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Mr. C. J. W. Addy "Chris" (Jersey, Channel Islands)

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Fear Of God II - Let Us Pray [CD]
Fear Of God II - Let Us Pray [CD]
Offered by westworld-
Price: £8.48

1 of 1 people found the following review helpful
3.0 out of 5 stars Disappointing., 6 Mar. 2012
Having really enjoyed The Neptunes production influence on the first two albums of Clipse, I was as disappointed to hear this album as I was to see that Pusha had, so it seems, gone solo. The majority of the content is repetitive and rather tired, although there are certainly some graces.'Body Work' stands out as a robust Hip Hop tune with characteristic depth and solidity of production whilst, stylistically in contrast, 'Feeling Myself' is a softer R&B offering - the two sides of Pusha, you might say. Whilst these tunes are special, and hit the Clipse mark, I was hoping for more. Maybe this was an unrealistic expectation given then Lord Willin', Hell Hath No Fury and Till the Casket Drops were also patchy, but between the patches were wonderful gems of genius. If so, this album is then consistent. Perhaps the successes, more often than not, hinge on the presence of Pharrell Williams and Chad Hugo, and that they are here noticeable by their absence.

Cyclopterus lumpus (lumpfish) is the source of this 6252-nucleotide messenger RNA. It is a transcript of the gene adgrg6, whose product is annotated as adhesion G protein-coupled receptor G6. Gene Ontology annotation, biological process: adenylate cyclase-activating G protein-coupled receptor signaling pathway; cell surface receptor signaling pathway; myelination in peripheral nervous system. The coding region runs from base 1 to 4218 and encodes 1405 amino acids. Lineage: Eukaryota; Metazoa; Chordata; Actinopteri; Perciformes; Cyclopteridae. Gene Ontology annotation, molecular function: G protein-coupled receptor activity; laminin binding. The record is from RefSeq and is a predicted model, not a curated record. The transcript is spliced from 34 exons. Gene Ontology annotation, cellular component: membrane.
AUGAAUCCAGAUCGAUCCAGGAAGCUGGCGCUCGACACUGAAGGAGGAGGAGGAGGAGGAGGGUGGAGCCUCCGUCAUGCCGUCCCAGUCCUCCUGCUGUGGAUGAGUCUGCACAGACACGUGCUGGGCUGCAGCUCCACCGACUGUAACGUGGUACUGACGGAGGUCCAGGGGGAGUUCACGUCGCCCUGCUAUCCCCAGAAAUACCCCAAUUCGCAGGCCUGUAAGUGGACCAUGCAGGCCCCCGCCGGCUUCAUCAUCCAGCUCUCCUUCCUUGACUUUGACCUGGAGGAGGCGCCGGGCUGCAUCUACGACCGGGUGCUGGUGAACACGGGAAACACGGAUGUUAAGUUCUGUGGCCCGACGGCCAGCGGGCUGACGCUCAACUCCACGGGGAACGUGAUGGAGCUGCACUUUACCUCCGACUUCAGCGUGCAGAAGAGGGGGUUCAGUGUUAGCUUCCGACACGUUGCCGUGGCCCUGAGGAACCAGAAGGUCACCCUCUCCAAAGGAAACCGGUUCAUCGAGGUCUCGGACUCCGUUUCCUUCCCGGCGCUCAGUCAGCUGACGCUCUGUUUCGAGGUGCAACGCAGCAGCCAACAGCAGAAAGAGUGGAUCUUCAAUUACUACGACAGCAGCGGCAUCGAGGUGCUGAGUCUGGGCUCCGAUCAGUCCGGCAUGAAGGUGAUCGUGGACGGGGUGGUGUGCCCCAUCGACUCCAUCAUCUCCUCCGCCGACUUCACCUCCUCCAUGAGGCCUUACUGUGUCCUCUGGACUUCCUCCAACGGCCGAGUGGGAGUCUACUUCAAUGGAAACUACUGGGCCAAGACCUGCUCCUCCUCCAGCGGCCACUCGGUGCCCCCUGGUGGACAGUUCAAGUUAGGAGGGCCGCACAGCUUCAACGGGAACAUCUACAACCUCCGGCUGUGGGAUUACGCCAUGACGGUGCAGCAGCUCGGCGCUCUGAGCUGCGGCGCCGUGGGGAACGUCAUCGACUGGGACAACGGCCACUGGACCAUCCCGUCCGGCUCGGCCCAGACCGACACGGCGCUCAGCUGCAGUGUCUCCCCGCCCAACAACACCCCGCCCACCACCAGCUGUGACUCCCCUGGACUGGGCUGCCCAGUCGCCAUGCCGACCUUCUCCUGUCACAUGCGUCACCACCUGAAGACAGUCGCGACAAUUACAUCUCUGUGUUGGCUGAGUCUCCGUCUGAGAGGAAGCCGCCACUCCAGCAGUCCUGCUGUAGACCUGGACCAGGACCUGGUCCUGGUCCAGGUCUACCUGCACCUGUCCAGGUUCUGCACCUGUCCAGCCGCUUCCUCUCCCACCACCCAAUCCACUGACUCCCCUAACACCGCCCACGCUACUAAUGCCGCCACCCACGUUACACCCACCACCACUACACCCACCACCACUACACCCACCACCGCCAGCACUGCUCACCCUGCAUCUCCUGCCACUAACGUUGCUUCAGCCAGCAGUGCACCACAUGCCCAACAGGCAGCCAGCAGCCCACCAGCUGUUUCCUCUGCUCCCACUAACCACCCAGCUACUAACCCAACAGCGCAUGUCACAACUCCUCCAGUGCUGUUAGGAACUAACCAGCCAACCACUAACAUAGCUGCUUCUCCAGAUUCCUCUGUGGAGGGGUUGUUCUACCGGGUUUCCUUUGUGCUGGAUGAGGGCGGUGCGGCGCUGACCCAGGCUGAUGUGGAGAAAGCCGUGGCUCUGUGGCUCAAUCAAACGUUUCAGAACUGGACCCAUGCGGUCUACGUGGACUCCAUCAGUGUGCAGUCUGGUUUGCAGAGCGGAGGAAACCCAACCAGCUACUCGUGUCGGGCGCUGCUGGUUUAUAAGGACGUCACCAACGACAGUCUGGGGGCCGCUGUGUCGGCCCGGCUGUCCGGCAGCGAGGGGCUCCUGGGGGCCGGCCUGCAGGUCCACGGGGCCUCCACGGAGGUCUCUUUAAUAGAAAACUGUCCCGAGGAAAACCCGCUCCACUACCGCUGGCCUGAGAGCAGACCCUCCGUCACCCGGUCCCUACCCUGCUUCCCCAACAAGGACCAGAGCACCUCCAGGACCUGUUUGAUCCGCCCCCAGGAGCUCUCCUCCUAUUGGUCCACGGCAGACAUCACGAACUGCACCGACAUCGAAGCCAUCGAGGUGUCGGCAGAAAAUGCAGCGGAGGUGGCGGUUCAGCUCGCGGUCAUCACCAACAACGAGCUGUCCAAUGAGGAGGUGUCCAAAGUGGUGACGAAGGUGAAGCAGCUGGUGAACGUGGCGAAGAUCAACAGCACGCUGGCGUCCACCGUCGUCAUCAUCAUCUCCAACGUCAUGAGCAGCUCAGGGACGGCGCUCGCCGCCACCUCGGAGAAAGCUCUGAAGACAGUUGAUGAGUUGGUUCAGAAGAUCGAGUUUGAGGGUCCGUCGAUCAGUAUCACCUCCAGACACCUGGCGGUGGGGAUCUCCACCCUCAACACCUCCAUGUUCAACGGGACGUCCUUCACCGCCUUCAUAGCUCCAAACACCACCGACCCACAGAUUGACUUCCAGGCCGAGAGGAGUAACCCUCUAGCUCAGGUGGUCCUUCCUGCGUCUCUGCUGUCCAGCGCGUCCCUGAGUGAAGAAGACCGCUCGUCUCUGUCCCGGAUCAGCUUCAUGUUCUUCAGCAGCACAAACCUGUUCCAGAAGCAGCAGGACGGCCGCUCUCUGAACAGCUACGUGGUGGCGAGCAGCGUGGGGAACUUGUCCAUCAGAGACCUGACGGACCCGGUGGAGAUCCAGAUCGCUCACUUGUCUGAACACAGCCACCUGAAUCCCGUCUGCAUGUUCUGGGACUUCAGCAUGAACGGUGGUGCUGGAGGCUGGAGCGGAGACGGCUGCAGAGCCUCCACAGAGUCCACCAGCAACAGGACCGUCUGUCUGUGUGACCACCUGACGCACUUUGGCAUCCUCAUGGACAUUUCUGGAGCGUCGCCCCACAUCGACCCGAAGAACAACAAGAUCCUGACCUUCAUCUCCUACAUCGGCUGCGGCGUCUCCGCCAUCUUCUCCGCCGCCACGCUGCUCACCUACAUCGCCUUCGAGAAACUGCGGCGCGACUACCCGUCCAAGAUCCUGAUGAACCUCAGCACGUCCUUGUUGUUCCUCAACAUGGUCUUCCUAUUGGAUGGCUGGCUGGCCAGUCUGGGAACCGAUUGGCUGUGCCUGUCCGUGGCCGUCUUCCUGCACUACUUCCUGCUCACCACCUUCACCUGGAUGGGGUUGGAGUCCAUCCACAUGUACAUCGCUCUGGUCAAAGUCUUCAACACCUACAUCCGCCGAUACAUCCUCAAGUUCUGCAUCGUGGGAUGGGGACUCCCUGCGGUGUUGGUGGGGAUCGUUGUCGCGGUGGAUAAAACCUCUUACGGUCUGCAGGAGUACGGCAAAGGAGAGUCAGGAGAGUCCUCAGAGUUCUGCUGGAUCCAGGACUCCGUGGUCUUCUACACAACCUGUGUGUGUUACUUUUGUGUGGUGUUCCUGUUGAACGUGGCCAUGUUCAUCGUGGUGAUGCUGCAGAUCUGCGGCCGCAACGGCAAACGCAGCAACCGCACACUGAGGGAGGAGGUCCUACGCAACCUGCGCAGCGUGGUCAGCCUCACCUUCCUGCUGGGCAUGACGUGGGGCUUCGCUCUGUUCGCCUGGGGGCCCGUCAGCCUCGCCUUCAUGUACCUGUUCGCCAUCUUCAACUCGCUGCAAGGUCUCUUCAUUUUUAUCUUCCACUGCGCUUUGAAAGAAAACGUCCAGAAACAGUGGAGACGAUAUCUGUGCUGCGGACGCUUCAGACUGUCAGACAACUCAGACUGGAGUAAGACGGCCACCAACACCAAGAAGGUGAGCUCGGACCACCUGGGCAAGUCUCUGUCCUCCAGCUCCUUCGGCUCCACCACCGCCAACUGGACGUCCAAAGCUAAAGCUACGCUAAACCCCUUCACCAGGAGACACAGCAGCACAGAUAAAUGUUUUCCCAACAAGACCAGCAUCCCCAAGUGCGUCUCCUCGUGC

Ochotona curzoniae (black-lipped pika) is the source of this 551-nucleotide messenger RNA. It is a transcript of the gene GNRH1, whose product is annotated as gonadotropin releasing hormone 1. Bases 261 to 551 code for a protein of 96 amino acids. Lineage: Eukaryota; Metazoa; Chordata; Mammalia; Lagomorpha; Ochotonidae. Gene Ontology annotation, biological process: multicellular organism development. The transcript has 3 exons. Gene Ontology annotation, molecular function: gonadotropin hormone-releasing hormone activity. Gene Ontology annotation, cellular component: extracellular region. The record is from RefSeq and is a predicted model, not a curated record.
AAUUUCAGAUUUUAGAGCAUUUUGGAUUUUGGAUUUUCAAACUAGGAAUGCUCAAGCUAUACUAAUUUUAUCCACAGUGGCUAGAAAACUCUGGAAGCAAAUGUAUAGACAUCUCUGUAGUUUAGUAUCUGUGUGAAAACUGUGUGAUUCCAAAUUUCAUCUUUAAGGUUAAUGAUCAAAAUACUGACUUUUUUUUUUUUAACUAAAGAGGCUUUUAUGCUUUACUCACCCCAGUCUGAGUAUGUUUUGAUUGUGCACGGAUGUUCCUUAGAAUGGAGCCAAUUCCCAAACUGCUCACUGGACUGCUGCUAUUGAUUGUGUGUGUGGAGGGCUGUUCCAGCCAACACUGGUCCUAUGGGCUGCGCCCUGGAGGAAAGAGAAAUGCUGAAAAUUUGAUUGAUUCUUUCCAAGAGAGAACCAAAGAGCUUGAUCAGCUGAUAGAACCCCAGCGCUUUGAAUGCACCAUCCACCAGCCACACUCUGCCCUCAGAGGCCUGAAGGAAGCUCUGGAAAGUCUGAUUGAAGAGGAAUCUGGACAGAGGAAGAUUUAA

Physical Graffiti [VINYL REPLICA]
Physical Graffiti [VINYL REPLICA]
Offered by positivenoise
Price: £29.99

1 of 2 people found the following review helpful
5.0 out of 5 stars An important moment in my life, 9 Jan. 2010
To state that I have, for many years, wished to myself that 'In the light' be played at my funeral, is no doubt enough for the reader to garner it importance for me as a true masterpiece of rock-blues-soul. Hearing the album for the first time in my formative years, at an important time with the closest friend I have ever had (my wife not included), makes it so special to me. There are some times, some experiences in life, that cannot be explained or related in such a manner as they might be understood by others. Needless to say, it was a timeless period, made all the more memorable by music of a stature that is perhaps beyond comparison, of a potency that is of the most rare kind.